Amnesty Was Set To Recognize Late Cuba Dissident

Published January 20, 2012 8:45PM (EST)

HAVANA (AP) — Amnesty International said Friday that it was on the eve of designating a Cuban dissident as a prisoner of conscience when he died following a hunger strike.

It would have been the first such recognition of an inmate on the island since the last of 75 government opponents jailed in a 2003 crackdown were freed last spring.

The human rights watchdog had planned to send an urgent action notice Friday morning calling for the immediate release of Wilman Villar, Amnesty Caribbean campaign officer James Burke told The Associated Press by phone from London. But Villar died Thursday night from complications of pneumonia after a 50-day hunger strike. He had been hospitalized since Jan. 14 and was in a coma.

Amnesty was considering other cases as possible prisoners of conscience and could make an announcement soon, Burke said. The agency has strict criteria for what constitutes a prisoner of conscience, including a history of nonviolence.

Cuba denies holding any political prisoners and calls island dissidents mercenaries bent on toppling the government at the behest of Washington. There was no mention of Villar in state-run media so far, and authorities did not immediately respond to a request for comment.

Until recently Villar was little known even among fellow dissidents, who said he apparently began taking part in anti-government actions only last fall. Authorities arrested Villar in November during a protest and threatened to punish him for a prior domestic violence case if he did not stop making trouble, according to Amnesty and island dissidents.

Villar was convicted of assault, disrespecting authority and resisting arrest and sentenced in November to four years in prison. He protested by refusing to wear a prisoner's uniform and turning down food.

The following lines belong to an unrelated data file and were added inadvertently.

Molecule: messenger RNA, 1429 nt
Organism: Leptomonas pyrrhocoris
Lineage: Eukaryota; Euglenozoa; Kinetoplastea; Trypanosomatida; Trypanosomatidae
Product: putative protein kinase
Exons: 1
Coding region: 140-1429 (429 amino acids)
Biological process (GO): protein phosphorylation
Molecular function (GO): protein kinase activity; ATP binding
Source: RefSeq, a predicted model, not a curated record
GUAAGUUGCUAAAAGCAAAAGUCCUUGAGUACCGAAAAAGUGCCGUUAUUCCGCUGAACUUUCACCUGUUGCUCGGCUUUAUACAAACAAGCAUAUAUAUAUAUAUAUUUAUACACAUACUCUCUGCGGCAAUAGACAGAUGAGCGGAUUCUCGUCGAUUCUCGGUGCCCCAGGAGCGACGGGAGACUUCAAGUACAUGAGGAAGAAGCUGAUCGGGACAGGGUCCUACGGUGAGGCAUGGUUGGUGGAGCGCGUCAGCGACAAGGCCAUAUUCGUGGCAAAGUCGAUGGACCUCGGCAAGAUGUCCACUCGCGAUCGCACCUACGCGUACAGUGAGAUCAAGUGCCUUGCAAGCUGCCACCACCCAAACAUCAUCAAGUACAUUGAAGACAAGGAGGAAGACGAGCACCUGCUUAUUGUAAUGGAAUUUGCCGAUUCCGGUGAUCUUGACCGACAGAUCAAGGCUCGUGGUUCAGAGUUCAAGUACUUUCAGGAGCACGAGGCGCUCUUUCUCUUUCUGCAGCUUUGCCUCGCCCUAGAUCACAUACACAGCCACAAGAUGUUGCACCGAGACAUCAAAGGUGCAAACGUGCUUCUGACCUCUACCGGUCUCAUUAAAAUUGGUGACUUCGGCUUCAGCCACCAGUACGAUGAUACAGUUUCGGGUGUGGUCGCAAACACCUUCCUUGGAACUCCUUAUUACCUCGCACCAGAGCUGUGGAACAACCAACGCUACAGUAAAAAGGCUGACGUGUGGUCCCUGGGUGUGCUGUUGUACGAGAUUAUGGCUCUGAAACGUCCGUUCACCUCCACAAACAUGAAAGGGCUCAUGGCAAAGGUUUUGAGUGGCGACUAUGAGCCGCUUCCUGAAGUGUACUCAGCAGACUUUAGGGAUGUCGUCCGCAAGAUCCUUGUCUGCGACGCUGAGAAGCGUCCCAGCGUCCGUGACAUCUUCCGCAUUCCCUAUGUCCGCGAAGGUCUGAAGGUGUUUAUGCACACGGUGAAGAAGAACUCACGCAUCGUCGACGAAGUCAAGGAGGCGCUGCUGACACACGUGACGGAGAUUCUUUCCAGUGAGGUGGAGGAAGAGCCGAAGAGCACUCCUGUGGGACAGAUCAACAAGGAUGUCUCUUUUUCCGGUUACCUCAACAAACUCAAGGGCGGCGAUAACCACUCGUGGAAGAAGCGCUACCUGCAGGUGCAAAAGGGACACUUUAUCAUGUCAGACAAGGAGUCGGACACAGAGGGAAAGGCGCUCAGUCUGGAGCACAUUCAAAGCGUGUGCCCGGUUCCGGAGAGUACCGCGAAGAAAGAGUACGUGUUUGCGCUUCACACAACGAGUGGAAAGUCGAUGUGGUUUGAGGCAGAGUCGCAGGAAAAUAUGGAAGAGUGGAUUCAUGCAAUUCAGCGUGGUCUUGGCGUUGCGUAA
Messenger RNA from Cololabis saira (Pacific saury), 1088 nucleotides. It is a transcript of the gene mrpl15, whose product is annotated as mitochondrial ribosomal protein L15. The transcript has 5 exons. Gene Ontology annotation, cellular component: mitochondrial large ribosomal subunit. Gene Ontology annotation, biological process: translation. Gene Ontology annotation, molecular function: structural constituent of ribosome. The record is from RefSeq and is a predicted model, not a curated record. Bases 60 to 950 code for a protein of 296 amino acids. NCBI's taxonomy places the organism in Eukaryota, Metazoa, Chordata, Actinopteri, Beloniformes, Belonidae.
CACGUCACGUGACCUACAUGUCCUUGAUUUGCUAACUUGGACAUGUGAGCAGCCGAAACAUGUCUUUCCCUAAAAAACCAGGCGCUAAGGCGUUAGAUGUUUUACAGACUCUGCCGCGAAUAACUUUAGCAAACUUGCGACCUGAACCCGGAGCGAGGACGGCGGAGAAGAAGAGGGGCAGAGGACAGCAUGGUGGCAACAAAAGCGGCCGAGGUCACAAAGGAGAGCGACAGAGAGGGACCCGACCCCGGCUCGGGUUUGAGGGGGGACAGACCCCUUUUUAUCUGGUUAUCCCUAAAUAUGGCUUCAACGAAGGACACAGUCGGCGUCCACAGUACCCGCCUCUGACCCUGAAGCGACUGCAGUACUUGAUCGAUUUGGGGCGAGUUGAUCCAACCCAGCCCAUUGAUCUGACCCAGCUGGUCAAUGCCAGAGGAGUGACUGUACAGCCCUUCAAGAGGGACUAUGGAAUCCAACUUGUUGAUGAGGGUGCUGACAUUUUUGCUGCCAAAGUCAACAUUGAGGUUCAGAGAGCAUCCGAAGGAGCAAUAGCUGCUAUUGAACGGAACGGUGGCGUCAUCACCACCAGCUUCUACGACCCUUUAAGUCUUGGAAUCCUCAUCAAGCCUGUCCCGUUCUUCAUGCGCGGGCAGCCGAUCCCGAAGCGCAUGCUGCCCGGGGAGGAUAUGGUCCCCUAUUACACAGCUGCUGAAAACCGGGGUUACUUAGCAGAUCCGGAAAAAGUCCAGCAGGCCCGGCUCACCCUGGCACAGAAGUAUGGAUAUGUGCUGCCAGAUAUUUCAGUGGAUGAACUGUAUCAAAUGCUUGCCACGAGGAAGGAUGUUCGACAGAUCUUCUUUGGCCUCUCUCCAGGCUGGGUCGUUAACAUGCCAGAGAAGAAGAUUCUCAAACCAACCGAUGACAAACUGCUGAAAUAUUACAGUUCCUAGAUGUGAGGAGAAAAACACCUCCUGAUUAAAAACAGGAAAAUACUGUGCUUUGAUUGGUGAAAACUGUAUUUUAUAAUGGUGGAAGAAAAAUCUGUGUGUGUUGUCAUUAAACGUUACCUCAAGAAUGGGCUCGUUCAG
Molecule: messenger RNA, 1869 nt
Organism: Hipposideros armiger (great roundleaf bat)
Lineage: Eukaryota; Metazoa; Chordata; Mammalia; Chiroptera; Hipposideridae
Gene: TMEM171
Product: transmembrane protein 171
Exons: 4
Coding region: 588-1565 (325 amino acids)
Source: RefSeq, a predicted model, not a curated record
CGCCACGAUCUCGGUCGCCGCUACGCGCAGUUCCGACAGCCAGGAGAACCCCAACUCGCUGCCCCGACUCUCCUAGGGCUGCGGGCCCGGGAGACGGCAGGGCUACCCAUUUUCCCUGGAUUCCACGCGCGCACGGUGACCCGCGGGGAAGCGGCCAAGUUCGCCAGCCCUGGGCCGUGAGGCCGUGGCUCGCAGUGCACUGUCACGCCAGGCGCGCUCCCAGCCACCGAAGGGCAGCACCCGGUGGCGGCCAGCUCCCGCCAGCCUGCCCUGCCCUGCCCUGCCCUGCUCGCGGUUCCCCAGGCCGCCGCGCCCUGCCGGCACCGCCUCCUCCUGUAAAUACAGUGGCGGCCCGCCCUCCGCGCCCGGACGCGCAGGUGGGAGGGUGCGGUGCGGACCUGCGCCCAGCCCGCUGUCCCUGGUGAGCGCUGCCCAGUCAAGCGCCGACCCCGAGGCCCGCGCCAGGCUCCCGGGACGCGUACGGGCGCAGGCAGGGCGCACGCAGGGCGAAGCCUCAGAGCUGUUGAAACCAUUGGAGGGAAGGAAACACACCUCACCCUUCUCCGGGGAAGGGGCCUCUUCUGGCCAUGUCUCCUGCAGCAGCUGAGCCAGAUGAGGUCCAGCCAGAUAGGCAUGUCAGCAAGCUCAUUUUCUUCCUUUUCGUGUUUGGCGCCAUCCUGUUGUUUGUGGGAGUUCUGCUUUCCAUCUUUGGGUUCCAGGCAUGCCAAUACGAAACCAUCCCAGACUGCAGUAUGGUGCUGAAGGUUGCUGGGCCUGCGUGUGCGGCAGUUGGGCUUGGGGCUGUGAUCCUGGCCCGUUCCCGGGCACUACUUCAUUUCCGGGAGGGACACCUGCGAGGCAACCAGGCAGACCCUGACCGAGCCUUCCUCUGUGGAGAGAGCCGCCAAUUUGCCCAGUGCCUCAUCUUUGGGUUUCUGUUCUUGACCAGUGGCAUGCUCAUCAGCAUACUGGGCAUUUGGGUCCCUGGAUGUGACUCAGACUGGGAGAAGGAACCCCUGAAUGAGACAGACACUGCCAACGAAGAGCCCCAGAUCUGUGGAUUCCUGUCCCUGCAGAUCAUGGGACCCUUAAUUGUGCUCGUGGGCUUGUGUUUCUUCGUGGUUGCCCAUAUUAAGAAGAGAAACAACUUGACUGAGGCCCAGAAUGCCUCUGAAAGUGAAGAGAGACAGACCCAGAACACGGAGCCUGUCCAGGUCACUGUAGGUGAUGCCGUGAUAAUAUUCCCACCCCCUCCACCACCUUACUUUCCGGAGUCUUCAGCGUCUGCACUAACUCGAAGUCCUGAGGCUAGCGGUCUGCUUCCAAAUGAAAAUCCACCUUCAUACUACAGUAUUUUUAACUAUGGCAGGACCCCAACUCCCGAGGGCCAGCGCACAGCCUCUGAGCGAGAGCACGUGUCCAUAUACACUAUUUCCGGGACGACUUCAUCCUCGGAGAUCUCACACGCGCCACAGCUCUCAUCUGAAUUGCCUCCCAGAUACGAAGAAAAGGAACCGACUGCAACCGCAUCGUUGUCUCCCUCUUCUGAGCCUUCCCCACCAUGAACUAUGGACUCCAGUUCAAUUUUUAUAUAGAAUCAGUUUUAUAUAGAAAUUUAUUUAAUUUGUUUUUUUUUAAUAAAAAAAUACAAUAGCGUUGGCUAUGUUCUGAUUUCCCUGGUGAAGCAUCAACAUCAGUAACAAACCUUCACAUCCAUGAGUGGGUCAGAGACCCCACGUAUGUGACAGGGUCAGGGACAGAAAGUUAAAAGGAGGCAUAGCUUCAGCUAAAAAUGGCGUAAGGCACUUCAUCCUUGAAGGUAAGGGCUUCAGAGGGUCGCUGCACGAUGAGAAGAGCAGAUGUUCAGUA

Villar's health worsened and he was recently hospitalized, said Elizardo Sanchez, head of the independent Cuban Commission for Human Rights and National Reconciliation, which monitors detentions of island dissidents.

His death set off a storm of news articles, blogs, tweets and recriminations from U.S. politicians, from the Cuban-American congressional delegation to President Barack Obama.

"Villar's senseless death highlights the ongoing repression of the Cuban people and the plight faced by brave individuals standing up for the universal rights of all Cubans," the president said in a statement.

Meanwhile defenders of President Raul Castro's government scoffed at the lionization of a man they called a common criminal, saying his death was being used for political ends.

"The death of a human being is always painful, but it seems some suffer more than others ... The death of an individual convicted by a court for acts of violence is converted into a weapon to be hurled at the Cuban Revolution," pro-government blogger Iroel Sanchez wrote.

Villar is the second jailed dissident to die on hunger strike in the last two years. In February 2010, Orlando Zapata Tamayo, also considered a prisoner of conscience by Amnesty, passed away after refusing food for months.

By Salon Staff

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